THE Philippines fell three notches in its global ranking in the newly released World Justice Project Rule of Law Index as it saw a deterioration in order and security amid the Covid-19 pandemic last year.
With a lower overall rule of law score in this year’s Index at 0.46, the country is now at 102nd place out of 139 countries and jurisdictions worldwide.
As defined by the World Justice Project, rule of law embodies a durable system of laws, institutions, norms, and community commitment that delivers: accountability, just laws, open government, and accessible justice.
“Philippines’ overall rule of law score decreased 2.9 percent in this year’s Index,” the WJP said in a statement. “Significant trends for Philippines included a deterioration in the factor measuring Order and Security.”
The Philippines also remained at 13th spot out of 15 countries in the East Asia and Pacific region, making it among the lowest in the region along with Myanmar and Cambodia.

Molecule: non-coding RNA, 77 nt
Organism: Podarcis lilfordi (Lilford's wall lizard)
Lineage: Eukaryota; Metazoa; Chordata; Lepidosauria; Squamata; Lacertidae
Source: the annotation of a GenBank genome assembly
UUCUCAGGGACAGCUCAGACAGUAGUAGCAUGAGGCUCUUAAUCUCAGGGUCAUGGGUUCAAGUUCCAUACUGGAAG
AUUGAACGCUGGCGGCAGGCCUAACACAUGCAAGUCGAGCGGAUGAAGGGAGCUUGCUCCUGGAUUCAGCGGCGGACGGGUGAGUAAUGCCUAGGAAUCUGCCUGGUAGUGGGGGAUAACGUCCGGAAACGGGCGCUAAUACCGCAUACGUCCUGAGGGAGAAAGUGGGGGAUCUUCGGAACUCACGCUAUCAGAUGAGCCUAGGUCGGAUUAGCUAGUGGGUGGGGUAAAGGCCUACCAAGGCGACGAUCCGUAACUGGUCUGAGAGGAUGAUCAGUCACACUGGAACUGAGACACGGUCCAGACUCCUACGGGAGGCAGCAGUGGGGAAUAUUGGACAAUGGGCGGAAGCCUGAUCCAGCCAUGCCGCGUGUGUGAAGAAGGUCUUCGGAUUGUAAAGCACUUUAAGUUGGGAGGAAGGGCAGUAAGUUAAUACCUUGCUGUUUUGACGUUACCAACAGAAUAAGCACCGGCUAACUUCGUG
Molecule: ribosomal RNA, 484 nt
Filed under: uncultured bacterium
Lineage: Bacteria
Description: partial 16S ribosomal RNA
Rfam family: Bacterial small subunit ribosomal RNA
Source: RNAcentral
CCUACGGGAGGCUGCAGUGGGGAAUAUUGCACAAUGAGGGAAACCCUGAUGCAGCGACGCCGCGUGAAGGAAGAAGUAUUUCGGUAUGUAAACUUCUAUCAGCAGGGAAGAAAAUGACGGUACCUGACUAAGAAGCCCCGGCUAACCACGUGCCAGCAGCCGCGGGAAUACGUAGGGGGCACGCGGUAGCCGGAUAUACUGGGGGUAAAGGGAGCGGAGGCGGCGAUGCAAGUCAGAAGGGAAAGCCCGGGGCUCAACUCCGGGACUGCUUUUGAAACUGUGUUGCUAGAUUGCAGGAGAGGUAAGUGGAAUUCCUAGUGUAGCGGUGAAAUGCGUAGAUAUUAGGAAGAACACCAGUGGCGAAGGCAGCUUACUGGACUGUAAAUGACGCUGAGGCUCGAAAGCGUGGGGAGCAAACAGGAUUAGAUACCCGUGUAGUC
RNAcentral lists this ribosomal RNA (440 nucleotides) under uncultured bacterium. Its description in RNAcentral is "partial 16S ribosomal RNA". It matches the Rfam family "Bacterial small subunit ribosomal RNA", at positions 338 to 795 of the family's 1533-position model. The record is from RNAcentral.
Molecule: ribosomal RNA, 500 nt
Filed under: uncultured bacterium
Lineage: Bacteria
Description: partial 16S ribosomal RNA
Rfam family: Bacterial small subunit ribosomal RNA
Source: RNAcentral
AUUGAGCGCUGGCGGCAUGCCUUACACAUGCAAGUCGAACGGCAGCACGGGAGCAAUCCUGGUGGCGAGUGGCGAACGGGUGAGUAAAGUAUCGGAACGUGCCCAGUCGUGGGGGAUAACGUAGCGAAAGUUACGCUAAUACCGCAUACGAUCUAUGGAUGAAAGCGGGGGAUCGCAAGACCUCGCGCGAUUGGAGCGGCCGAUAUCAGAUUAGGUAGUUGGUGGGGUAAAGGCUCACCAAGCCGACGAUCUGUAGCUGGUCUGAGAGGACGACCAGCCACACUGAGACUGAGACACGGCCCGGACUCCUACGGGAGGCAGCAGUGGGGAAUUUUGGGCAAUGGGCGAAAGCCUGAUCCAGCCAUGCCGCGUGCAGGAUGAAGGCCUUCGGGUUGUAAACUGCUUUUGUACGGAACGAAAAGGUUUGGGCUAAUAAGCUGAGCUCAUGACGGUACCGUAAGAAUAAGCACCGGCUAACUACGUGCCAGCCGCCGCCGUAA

The top performers in the region are New Zealand, which placed 7th out of 139 countries worldwide, followed by Australia and Japan.
Meanwhile, the country also placed 18th out of 35 lower-middle-income countries.
To get the overall scores, countries are assessed based on eight factors: Constraints on Government Powers, Absence of Corruption, Open Government, Fundamental Rights, Order and Security, Regulatory Enforcement, Civil Justice and Criminal Justice.
Of these eight factors, the Philippines suffered declines in its scores in six categories:
Order and Security (0.63 from 0.65), Open Government (0.5 from 0.52), Constraints on Government Powers (0.48 from 0.50), Civil Justice (0.45 from 0.46), Absence of Corruption (0.44 from 0.46), and Fundamental Rights (0.39 from 0.41 ).
On the other hand, the country kept its scores unchanged under Regulatory Enforcement and Criminal Justice categories at 0.48 and 0.31, respectively.
The Index relies on more than 138,000 household surveys and 4,200 legal practitioners and expert surveys to measure how the rule of law is experienced and perceived worldwide.